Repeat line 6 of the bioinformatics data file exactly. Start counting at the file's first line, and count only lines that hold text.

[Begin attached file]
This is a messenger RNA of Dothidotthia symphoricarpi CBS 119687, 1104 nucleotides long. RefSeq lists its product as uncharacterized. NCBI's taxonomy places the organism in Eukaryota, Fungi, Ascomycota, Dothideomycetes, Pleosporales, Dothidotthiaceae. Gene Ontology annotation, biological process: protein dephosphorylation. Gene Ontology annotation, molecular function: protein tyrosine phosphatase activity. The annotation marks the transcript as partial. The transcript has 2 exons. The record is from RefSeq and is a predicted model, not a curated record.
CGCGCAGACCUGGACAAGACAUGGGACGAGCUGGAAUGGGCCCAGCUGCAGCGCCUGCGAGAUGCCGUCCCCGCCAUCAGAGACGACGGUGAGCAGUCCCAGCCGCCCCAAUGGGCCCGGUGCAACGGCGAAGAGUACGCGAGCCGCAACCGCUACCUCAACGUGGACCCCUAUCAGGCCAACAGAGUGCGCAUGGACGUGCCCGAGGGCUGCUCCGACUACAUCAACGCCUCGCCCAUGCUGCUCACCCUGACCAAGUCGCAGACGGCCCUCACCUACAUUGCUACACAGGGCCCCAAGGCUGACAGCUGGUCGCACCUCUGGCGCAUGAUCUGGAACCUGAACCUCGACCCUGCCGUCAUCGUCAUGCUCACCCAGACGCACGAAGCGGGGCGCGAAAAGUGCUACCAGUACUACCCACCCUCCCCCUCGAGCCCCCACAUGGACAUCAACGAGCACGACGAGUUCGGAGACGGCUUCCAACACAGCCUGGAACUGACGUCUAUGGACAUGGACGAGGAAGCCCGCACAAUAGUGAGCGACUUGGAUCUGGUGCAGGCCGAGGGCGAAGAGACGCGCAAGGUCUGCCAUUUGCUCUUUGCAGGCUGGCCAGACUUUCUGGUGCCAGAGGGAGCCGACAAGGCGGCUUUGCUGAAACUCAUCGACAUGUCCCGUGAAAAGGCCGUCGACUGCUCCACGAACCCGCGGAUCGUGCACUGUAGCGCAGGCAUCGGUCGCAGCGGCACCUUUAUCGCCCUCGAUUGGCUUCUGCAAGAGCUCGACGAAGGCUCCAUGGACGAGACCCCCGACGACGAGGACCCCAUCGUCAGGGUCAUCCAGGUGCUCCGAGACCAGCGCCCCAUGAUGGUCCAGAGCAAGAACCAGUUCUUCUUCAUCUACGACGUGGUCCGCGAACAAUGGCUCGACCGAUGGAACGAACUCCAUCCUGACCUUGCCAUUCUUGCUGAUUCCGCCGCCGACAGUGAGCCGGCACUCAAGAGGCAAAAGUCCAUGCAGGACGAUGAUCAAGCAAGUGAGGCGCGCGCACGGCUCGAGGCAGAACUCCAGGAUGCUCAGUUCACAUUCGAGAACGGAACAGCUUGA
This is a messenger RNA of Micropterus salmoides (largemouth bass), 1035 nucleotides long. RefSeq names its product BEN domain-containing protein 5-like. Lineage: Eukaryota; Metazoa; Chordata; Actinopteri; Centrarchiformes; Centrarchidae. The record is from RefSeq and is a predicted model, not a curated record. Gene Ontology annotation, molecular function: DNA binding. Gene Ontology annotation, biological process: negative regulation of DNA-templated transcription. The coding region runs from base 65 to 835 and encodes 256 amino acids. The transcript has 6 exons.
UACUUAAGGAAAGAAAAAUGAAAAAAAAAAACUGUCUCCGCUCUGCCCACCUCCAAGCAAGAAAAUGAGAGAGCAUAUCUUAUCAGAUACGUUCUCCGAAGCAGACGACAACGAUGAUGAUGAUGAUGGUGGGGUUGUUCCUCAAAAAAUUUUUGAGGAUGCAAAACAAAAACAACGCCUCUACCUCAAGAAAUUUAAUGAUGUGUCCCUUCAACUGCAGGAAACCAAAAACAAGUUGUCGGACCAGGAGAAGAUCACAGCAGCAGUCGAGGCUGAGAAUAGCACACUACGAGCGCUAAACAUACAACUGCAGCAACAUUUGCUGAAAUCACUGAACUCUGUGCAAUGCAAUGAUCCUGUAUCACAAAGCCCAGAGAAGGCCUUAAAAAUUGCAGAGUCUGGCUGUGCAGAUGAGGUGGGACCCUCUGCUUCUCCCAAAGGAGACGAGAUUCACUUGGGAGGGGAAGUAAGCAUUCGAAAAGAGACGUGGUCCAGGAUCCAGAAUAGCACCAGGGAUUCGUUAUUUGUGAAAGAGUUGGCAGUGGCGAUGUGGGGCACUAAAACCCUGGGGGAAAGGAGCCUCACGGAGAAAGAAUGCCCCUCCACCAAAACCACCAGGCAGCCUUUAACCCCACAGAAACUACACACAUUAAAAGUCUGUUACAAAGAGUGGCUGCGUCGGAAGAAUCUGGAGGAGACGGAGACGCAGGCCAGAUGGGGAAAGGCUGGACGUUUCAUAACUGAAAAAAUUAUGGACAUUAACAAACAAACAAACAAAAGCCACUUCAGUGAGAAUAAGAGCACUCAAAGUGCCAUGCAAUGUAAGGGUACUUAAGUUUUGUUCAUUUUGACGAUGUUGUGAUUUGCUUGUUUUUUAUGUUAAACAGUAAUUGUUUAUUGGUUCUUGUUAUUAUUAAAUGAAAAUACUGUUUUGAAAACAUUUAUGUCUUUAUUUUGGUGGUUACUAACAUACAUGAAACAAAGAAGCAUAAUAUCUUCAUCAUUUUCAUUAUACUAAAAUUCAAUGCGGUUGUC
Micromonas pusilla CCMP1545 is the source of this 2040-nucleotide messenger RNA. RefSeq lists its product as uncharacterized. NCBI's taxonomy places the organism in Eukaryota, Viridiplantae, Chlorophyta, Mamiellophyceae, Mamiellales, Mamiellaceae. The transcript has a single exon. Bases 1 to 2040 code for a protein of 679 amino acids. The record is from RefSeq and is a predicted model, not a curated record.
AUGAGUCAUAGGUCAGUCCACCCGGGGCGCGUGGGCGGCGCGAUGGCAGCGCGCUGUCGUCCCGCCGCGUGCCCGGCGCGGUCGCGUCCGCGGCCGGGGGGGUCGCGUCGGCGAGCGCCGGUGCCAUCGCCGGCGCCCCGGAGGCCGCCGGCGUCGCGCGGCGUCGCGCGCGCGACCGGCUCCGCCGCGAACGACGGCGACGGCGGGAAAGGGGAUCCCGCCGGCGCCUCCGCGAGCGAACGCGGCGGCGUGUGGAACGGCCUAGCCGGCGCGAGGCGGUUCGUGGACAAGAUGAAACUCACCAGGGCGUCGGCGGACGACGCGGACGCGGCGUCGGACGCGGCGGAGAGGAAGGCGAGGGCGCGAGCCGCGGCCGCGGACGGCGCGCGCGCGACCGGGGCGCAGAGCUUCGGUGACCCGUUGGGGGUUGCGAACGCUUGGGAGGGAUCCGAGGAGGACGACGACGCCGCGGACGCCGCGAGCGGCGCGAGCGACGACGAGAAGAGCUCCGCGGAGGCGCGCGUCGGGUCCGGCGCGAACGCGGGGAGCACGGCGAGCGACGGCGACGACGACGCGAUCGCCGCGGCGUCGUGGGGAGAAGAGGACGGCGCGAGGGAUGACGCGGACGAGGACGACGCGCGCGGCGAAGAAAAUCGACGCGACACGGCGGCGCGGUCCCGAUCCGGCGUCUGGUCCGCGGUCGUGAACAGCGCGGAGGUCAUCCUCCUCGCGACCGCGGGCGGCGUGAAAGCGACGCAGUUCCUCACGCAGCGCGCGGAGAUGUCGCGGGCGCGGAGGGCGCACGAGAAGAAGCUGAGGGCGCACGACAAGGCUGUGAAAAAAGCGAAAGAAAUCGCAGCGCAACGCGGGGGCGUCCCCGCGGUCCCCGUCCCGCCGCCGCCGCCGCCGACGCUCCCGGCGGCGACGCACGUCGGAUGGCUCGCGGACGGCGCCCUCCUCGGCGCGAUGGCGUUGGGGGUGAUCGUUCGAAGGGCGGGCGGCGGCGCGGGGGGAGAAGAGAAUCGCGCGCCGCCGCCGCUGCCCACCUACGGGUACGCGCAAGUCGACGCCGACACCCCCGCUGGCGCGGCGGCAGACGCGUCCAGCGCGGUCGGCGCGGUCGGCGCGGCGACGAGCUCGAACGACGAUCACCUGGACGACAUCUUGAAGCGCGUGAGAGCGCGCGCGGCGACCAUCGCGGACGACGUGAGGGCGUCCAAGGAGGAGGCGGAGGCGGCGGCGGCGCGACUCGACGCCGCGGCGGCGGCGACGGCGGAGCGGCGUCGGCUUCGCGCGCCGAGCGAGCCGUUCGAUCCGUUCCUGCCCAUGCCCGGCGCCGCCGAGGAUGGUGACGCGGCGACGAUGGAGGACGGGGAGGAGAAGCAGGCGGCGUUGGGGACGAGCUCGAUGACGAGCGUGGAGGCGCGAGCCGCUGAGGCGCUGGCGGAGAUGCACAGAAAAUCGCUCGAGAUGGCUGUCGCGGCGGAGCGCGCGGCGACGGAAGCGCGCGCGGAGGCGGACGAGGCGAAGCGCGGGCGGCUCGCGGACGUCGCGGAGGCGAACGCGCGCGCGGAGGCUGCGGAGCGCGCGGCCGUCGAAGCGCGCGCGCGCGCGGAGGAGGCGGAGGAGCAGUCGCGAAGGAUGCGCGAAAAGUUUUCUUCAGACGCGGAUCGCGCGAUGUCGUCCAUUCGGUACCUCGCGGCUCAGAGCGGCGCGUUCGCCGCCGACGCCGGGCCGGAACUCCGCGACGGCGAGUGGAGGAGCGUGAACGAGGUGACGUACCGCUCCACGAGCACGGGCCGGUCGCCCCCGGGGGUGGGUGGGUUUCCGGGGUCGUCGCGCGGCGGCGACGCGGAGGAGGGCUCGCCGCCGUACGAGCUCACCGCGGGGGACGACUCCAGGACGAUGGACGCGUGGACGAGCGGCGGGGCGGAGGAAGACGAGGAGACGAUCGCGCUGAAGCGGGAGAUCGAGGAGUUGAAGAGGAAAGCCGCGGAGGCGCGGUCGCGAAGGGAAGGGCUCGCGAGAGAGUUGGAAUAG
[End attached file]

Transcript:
AUGAGUCAUAGGUCAGUCCACCCGGGGCGCGUGGGCGGCGCGAUGGCAGCGCGCUGUCGUCCCGCCGCGUGCCCGGCGCGGUCGCGUCCGCGGCCGGGGGGGUCGCGUCGGCGAGCGCCGGUGCCAUCGCCGGCGCCCCGGAGGCCGCCGGCGUCGCGCGGCGUCGCGCGCGCGACCGGCUCCGCCGCGAACGACGGCGACGGCGGGAAAGGGGAUCCCGCCGGCGCCUCCGCGAGCGAACGCGGCGGCGUGUGGAACGGCCUAGCCGGCGCGAGGCGGUUCGUGGACAAGAUGAAACUCACCAGGGCGUCGGCGGACGACGCGGACGCGGCGUCGGACGCGGCGGAGAGGAAGGCGAGGGCGCGAGCCGCGGCCGCGGACGGCGCGCGCGCGACCGGGGCGCAGAGCUUCGGUGACCCGUUGGGGGUUGCGAACGCUUGGGAGGGAUCCGAGGAGGACGACGACGCCGCGGACGCCGCGAGCGGCGCGAGCGACGACGAGAAGAGCUCCGCGGAGGCGCGCGUCGGGUCCGGCGCGAACGCGGGGAGCACGGCGAGCGACGGCGACGACGACGCGAUCGCCGCGGCGUCGUGGGGAGAAGAGGACGGCGCGAGGGAUGACGCGGACGAGGACGACGCGCGCGGCGAAGAAAAUCGACGCGACACGGCGGCGCGGUCCCGAUCCGGCGUCUGGUCCGCGGUCGUGAACAGCGCGGAGGUCAUCCUCCUCGCGACCGCGGGCGGCGUGAAAGCGACGCAGUUCCUCACGCAGCGCGCGGAGAUGUCGCGGGCGCGGAGGGCGCACGAGAAGAAGCUGAGGGCGCACGACAAGGCUGUGAAAAAAGCGAAAGAAAUCGCAGCGCAACGCGGGGGCGUCCCCGCGGUCCCCGUCCCGCCGCCGCCGCCGCCGACGCUCCCGGCGGCGACGCACGUCGGAUGGCUCGCGGACGGCGCCCUCCUCGGCGCGAUGGCGUUGGGGGUGAUCGUUCGAAGGGCGGGCGGCGGCGCGGGGGGAGAAGAGAAUCGCGCGCCGCCGCCGCUGCCCACCUACGGGUACGCGCAAGUCGACGCCGACACCCCCGCUGGCGCGGCGGCAGACGCGUCCAGCGCGGUCGGCGCGGUCGGCGCGGCGACGAGCUCGAACGACGAUCACCUGGACGACAUCUUGAAGCGCGUGAGAGCGCGCGCGGCGACCAUCGCGGACGACGUGAGGGCGUCCAAGGAGGAGGCGGAGGCGGCGGCGGCGCGACUCGACGCCGCGGCGGCGGCGACGGCGGAGCGGCGUCGGCUUCGCGCGCCGAGCGAGCCGUUCGAUCCGUUCCUGCCCAUGCCCGGCGCCGCCGAGGAUGGUGACGCGGCGACGAUGGAGGACGGGGAGGAGAAGCAGGCGGCGUUGGGGACGAGCUCGAUGACGAGCGUGGAGGCGCGAGCCGCUGAGGCGCUGGCGGAGAUGCACAGAAAAUCGCUCGAGAUGGCUGUCGCGGCGGAGCGCGCGGCGACGGAAGCGCGCGCGGAGGCGGACGAGGCGAAGCGCGGGCGGCUCGCGGACGUCGCGGAGGCGAACGCGCGCGCGGAGGCUGCGGAGCGCGCGGCCGUCGAAGCGCGCGCGCGCGCGGAGGAGGCGGAGGAGCAGUCGCGAAGGAUGCGCGAAAAGUUUUCUUCAGACGCGGAUCGCGCGAUGUCGUCCAUUCGGUACCUCGCGGCUCAGAGCGGCGCGUUCGCCGCCGACGCCGGGCCGGAACUCCGCGACGGCGAGUGGAGGAGCGUGAACGAGGUGACGUACCGCUCCACGAGCACGGGCCGGUCGCCCCCGGGGGUGGGUGGGUUUCCGGGGUCGUCGCGCGGCGGCGACGCGGAGGAGGGCUCGCCGCCGUACGAGCUCACCGCGGGGGACGACUCCAGGACGAUGGACGCGUGGACGAGCGGCGGGGCGGAGGAAGACGAGGAGACGAUCGCGCUGAAGCGGGAGAUCGAGGAGUUGAAGAGGAAAGCCGCGGAGGCGCGGUCGCGAAGGGAAGGGCUCGCGAGAGAGUUGGAAUAG